Directed by Lars Von Trier
Aspect Ratio: 2.35:1 anamorphic
Running Time: 107 minutes
Audio: Dolby Digital 3.0 English/German
MSRP: $ 39.95
Release Date: December 9, 2008
Review Date: November 25, 2008
Lars Von Trier’s stylistic but empty examination into the guilt associated with the Allied occupation of Germany after World War II makes Europa a somewhat frustrating and ultimately unsatisfying experience. Relying on a host of cinematic touches to add a layer of mystery and other-worldliness to his story, Von Trier instead succeeds in turning off the viewer with his overabundant FX slight-of-hand and focusing on a protagonist who’s singularly and spinelessly irritating.
Conscientious objector Leopold Kessler (Jean-Marc Barr) has sat out the war in America but returns to Germany in 1945 to apprentice as a first class conductor on a German train line, the Zentropa. During the course of the film, the hapless, naïve youngster is pushed and pulled into a number of ugly, disagreeable circumstances not of his choosing (and a quickie marriage to a woman he barely knows played by Barbara Sukowa), but his weak will prevents him from acting on his own at least until he‘s given a final chance to prove himself.
Lars Von Trier and Niels Vorsel have collaborated on the screenplay and have concocted a Kafkaesque protagonist bullied and manipulated into the most ridiculous circumstances. Their views of the brutal occupation of Germany after World War II have very definite weight and gravitas, but their message is blunted by making their leading character such a spineless pushover, a man who is constantly maneuvered into a series of ever-growing disasters leading to assassinations, suicides, and eventually sabotages, the latter to save a cold, calculating wife who’s as guilty of leading him down the garden path as everyone else in the film. Von Trier’s camera eye is quite sophisticated, and there are several scenes shot from arresting angles (the initial lovemaking shot from above filmed in counterpoint to a death happening on another floor of the same house; a death among the sensually waving river plants which immediately brings to mind Shelley Winters’ death in The Night of the Hunter, gently falling snow during a church service in a cathedral with a bombed-out roof) which have a quiet, surreal beauty. On the other hand, the director uses front and rear projections to combine his mostly black and white movie with muted color inserts to little purpose and which take the viewer right out of the film on a regular basis.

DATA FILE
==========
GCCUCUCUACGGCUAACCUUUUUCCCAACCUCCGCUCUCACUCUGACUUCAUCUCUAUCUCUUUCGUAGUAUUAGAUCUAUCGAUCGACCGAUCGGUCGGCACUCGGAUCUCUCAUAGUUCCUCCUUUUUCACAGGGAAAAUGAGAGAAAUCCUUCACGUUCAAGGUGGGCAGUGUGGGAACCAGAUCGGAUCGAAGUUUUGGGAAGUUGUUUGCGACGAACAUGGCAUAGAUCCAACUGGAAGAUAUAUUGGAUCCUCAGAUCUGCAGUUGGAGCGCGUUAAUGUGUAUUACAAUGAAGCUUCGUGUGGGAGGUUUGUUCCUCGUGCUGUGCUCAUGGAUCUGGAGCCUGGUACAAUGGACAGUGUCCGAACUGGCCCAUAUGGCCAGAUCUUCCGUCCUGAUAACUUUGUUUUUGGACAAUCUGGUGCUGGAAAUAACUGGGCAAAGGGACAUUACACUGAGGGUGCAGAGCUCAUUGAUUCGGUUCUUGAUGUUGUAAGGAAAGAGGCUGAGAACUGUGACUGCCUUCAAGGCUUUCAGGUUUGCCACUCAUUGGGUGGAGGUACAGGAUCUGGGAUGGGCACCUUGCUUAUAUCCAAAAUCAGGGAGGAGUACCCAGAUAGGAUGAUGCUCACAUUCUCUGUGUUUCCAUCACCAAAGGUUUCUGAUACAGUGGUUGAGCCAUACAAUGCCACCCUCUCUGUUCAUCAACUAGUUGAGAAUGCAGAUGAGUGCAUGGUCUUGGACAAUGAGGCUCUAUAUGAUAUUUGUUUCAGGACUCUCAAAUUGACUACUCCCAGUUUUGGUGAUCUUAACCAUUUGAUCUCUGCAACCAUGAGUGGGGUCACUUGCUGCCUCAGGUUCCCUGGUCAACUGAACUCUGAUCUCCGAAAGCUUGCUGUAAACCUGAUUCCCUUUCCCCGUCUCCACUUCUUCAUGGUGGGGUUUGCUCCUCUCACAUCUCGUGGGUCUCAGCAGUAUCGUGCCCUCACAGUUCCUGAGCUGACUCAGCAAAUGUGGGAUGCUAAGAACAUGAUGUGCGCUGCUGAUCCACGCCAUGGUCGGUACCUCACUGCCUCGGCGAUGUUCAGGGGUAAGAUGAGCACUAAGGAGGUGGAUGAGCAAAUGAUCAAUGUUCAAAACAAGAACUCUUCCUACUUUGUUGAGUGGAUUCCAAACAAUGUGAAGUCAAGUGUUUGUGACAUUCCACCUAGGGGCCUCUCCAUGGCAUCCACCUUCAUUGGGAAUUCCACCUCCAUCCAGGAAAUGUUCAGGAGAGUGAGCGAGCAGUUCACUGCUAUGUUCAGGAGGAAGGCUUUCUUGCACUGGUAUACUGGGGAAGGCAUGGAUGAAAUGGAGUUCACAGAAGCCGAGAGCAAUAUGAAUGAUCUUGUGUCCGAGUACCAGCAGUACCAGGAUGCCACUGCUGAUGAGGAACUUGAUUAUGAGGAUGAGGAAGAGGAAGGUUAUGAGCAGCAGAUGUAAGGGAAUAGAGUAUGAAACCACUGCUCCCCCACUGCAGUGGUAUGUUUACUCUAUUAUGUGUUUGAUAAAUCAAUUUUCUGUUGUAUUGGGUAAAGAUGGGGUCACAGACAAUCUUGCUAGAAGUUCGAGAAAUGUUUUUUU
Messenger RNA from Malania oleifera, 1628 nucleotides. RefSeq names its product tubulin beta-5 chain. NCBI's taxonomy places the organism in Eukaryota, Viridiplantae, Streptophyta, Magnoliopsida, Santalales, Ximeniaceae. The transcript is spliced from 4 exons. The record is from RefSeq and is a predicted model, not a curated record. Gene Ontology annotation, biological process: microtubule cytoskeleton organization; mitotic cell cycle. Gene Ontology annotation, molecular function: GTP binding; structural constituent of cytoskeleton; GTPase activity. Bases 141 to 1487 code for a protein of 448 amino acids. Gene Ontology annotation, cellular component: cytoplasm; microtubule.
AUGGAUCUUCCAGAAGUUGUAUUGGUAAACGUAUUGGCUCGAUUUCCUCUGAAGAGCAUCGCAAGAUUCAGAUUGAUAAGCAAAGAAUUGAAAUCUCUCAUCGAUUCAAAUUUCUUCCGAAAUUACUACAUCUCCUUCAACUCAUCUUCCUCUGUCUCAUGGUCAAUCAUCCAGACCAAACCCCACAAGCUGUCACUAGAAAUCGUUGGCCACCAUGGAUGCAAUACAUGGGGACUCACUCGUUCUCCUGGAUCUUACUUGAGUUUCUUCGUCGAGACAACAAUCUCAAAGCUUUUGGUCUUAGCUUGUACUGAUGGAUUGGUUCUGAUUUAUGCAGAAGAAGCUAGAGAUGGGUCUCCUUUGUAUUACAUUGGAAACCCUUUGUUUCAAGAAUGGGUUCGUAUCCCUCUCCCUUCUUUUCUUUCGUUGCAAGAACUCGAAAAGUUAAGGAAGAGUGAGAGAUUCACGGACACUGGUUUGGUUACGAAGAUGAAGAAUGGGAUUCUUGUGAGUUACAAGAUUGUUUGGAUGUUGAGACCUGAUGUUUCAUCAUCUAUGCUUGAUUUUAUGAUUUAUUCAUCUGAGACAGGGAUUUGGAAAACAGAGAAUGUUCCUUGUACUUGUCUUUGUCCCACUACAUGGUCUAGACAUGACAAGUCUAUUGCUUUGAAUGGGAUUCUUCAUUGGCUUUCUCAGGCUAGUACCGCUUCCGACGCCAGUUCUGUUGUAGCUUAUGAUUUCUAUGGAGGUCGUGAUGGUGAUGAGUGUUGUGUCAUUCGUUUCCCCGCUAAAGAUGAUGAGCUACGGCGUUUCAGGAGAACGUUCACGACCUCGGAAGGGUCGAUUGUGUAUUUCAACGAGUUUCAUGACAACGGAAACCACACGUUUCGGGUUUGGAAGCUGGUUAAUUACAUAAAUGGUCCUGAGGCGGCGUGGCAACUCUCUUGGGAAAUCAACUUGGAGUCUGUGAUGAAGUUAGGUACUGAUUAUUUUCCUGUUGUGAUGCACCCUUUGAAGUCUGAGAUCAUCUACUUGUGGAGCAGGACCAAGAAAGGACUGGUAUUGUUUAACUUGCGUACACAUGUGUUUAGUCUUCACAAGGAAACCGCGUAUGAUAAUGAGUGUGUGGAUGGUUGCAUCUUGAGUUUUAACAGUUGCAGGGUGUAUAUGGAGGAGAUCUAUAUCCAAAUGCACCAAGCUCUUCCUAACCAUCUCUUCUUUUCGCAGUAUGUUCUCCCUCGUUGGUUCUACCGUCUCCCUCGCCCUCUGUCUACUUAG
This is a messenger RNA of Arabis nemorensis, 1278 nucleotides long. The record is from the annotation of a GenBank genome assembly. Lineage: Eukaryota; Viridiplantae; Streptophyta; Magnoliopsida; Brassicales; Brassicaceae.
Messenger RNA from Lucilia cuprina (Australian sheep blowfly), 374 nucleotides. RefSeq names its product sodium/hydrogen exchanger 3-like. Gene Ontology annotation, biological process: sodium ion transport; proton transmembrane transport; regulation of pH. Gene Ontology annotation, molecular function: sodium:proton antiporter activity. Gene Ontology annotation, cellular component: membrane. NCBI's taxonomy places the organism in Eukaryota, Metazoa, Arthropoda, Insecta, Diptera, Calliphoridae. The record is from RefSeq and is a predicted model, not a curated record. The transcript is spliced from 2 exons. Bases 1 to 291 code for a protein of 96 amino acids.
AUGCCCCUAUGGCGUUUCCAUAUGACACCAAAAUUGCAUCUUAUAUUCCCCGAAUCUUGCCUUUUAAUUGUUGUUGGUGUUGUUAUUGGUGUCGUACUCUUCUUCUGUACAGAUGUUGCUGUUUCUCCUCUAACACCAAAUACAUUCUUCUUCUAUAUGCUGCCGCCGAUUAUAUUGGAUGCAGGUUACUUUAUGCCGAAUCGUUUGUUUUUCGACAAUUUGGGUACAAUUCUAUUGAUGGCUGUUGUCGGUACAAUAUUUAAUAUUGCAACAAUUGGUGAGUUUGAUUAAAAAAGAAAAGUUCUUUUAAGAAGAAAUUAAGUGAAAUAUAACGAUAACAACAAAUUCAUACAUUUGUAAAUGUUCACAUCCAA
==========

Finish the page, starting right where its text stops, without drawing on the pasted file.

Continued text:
Leading man Jean-Marc Barr has presence galore, but it’s ineffectual in such a milquetoast role. Barbara Sukowa’s calculating Kate is stone-faced and unappealing and lacks the sultry quality that would have drawn the weak Leo to her. Jorgen Reenberg gives a haunting but too-brief performance as the train magnate suffering from guilt over his role in transporting political prisoners to the death camps while both Ernst-Hugo Järegärd as Leo’s feisty uncle and Eddie Constantine as the blustery Colonel Harris make much of their small, underwritten parts.
The film’s 2.35:1 original Panavision aspect ratio is faithfully delivered in this anamorphic transfer. The black and white photography is mostly luminous with sharp edges and excellent clarity. When the color inserts occur, unfortunately, the grain level jumps irregularly and makes unsatisfying matches with the black and white imagery. Black levels are variable, too, though often they reach a very acceptable depth. Half of the film is in English, but when subtitles appear, they’re in white and are easily read. The film has been divided into 16 chapters.